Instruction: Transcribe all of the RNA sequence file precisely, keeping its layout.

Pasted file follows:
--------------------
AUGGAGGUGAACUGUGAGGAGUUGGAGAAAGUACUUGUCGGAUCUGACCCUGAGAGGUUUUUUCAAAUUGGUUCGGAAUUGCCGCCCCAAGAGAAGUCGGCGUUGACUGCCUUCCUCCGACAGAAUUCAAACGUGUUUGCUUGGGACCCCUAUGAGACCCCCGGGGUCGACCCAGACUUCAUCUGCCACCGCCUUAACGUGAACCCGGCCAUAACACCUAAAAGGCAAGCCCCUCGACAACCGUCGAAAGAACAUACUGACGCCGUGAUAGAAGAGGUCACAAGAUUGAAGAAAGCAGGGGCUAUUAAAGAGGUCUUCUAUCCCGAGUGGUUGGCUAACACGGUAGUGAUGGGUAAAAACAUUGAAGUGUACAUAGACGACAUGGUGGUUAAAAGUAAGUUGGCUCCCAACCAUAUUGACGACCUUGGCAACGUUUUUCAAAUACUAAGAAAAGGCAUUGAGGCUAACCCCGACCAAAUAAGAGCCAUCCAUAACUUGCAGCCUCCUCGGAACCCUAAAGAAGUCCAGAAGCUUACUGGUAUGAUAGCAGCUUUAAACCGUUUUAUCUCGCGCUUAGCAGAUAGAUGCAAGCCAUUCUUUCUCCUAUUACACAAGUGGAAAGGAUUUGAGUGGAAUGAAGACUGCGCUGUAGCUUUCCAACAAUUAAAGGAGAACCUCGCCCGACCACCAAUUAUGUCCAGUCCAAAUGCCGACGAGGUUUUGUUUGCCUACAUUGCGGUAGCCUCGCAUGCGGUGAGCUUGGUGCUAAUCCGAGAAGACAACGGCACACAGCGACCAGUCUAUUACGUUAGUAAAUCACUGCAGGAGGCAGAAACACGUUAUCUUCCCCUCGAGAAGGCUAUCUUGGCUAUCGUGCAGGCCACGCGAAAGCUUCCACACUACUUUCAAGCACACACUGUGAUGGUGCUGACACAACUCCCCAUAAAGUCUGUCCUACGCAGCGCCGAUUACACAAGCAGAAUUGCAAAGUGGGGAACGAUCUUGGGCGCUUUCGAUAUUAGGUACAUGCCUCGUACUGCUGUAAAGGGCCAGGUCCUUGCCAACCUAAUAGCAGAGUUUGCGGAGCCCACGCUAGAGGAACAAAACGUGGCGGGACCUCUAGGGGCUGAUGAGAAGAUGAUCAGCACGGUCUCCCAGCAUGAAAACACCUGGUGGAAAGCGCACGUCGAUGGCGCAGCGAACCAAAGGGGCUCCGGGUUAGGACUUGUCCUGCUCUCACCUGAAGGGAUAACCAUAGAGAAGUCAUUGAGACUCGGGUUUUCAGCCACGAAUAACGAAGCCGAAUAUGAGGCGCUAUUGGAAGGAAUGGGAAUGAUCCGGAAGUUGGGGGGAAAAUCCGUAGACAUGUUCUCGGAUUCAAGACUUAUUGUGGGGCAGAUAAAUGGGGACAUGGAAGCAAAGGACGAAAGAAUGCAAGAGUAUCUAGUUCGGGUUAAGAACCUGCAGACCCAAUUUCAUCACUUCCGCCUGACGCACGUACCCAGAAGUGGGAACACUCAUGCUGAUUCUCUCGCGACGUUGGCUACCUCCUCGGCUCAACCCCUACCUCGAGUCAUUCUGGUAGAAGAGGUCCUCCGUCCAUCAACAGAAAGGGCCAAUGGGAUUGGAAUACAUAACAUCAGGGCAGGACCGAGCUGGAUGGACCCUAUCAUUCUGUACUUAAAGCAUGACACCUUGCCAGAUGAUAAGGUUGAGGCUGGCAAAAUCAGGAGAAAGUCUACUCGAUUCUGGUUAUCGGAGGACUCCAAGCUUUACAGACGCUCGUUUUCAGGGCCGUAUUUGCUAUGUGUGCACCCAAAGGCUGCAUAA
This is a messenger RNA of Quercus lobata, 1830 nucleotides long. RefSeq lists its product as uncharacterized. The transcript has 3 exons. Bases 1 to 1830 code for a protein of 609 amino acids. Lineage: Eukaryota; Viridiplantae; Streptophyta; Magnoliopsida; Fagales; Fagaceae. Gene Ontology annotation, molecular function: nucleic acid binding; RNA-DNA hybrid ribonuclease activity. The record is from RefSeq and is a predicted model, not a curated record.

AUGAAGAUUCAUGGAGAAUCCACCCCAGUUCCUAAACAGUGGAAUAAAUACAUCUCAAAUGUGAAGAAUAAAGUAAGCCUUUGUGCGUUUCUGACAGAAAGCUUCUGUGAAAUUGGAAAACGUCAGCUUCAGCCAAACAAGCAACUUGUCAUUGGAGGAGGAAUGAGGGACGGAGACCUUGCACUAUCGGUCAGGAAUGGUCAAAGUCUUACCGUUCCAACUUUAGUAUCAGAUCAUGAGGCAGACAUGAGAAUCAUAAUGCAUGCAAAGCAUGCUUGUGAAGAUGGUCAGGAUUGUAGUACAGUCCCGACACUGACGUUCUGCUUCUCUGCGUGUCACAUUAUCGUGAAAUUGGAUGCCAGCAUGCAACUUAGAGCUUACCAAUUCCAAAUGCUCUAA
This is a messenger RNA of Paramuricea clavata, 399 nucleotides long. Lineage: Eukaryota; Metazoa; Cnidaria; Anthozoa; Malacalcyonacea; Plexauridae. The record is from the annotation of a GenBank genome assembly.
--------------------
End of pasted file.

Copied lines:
AUGGAGGUGAACUGUGAGGAGUUGGAGAAAGUACUUGUCGGAUCUGACCCUGAGAGGUUUUUUCAAAUUGGUUCGGAAUUGCCGCCCCAAGAGAAGUCGGCGUUGACUGCCUUCCUCCGACAGAAUUCAAACGUGUUUGCUUGGGACCCCUAUGAGACCCCCGGGGUCGACCCAGACUUCAUCUGCCACCGCCUUAACGUGAACCCGGCCAUAACACCUAAAAGGCAAGCCCCUCGACAACCGUCGAAAGAACAUACUGACGCCGUGAUAGAAGAGGUCACAAGAUUGAAGAAAGCAGGGGCUAUUAAAGAGGUCUUCUAUCCCGAGUGGUUGGCUAACACGGUAGUGAUGGGUAAAAACAUUGAAGUGUACAUAGACGACAUGGUGGUUAAAAGUAAGUUGGCUCCCAACCAUAUUGACGACCUUGGCAACGUUUUUCAAAUACUAAGAAAAGGCAUUGAGGCUAACCCCGACCAAAUAAGAGCCAUCCAUAACUUGCAGCCUCCUCGGAACCCUAAAGAAGUCCAGAAGCUUACUGGUAUGAUAGCAGCUUUAAACCGUUUUAUCUCGCGCUUAGCAGAUAGAUGCAAGCCAUUCUUUCUCCUAUUACACAAGUGGAAAGGAUUUGAGUGGAAUGAAGACUGCGCUGUAGCUUUCCAACAAUUAAAGGAGAACCUCGCCCGACCACCAAUUAUGUCCAGUCCAAAUGCCGACGAGGUUUUGUUUGCCUACAUUGCGGUAGCCUCGCAUGCGGUGAGCUUGGUGCUAAUCCGAGAAGACAACGGCACACAGCGACCAGUCUAUUACGUUAGUAAAUCACUGCAGGAGGCAGAAACACGUUAUCUUCCCCUCGAGAAGGCUAUCUUGGCUAUCGUGCAGGCCACGCGAAAGCUUCCACACUACUUUCAAGCACACACUGUGAUGGUGCUGACACAACUCCCCAUAAAGUCUGUCCUACGCAGCGCCGAUUACACAAGCAGAAUUGCAAAGUGGGGAACGAUCUUGGGCGCUUUCGAUAUUAGGUACAUGCCUCGUACUGCUGUAAAGGGCCAGGUCCUUGCCAACCUAAUAGCAGAGUUUGCGGAGCCCACGCUAGAGGAACAAAACGUGGCGGGACCUCUAGGGGCUGAUGAGAAGAUGAUCAGCACGGUCUCCCAGCAUGAAAACACCUGGUGGAAAGCGCACGUCGAUGGCGCAGCGAACCAAAGGGGCUCCGGGUUAGGACUUGUCCUGCUCUCACCUGAAGGGAUAACCAUAGAGAAGUCAUUGAGACUCGGGUUUUCAGCCACGAAUAACGAAGCCGAAUAUGAGGCGCUAUUGGAAGGAAUGGGAAUGAUCCGGAAGUUGGGGGGAAAAUCCGUAGACAUGUUCUCGGAUUCAAGACUUAUUGUGGGGCAGAUAAAUGGGGACAUGGAAGCAAAGGACGAAAGAAUGCAAGAGUAUCUAGUUCGGGUUAAGAACCUGCAGACCCAAUUUCAUCACUUCCGCCUGACGCACGUACCCAGAAGUGGGAACACUCAUGCUGAUUCUCUCGCGACGUUGGCUACCUCCUCGGCUCAACCCCUACCUCGAGUCAUUCUGGUAGAAGAGGUCCUCCGUCCAUCAACAGAAAGGGCCAAUGGGAUUGGAAUACAUAACAUCAGGGCAGGACCGAGCUGGAUGGACCCUAUCAUUCUGUACUUAAAGCAUGACACCUUGCCAGAUGAUAAGGUUGAGGCUGGCAAAAUCAGGAGAAAGUCUACUCGAUUCUGGUUAUCGGAGGACUCCAAGCUUUACAGACGCUCGUUUUCAGGGCCGUAUUUGCUAUGUGUGCACCCAAAGGCUGCAUAA
This is a messenger RNA of Quercus lobata, 1830 nucleotides long. RefSeq lists its product as uncharacterized. The transcript has 3 exons. Bases 1 to 1830 code for a protein of 609 amino acids. Lineage: Eukaryota; Viridiplantae; Streptophyta; Magnoliopsida; Fagales; Fagaceae. Gene Ontology annotation, molecular function: nucleic acid binding; RNA-DNA hybrid ribonuclease activity. The record is from RefSeq and is a predicted model, not a curated record.

AUGAAGAUUCAUGGAGAAUCCACCCCAGUUCCUAAACAGUGGAAUAAAUACAUCUCAAAUGUGAAGAAUAAAGUAAGCCUUUGUGCGUUUCUGACAGAAAGCUUCUGUGAAAUUGGAAAACGUCAGCUUCAGCCAAACAAGCAACUUGUCAUUGGAGGAGGAAUGAGGGACGGAGACCUUGCACUAUCGGUCAGGAAUGGUCAAAGUCUUACCGUUCCAACUUUAGUAUCAGAUCAUGAGGCAGACAUGAGAAUCAUAAUGCAUGCAAAGCAUGCUUGUGAAGAUGGUCAGGAUUGUAGUACAGUCCCGACACUGACGUUCUGCUUCUCUGCGUGUCACAUUAUCGUGAAAUUGGAUGCCAGCAUGCAACUUAGAGCUUACCAAUUCCAAAUGCUCUAA
This is a messenger RNA of Paramuricea clavata, 399 nucleotides long. Lineage: Eukaryota; Metazoa; Cnidaria; Anthozoa; Malacalcyonacea; Plexauridae. The record is from the annotation of a GenBank genome assembly.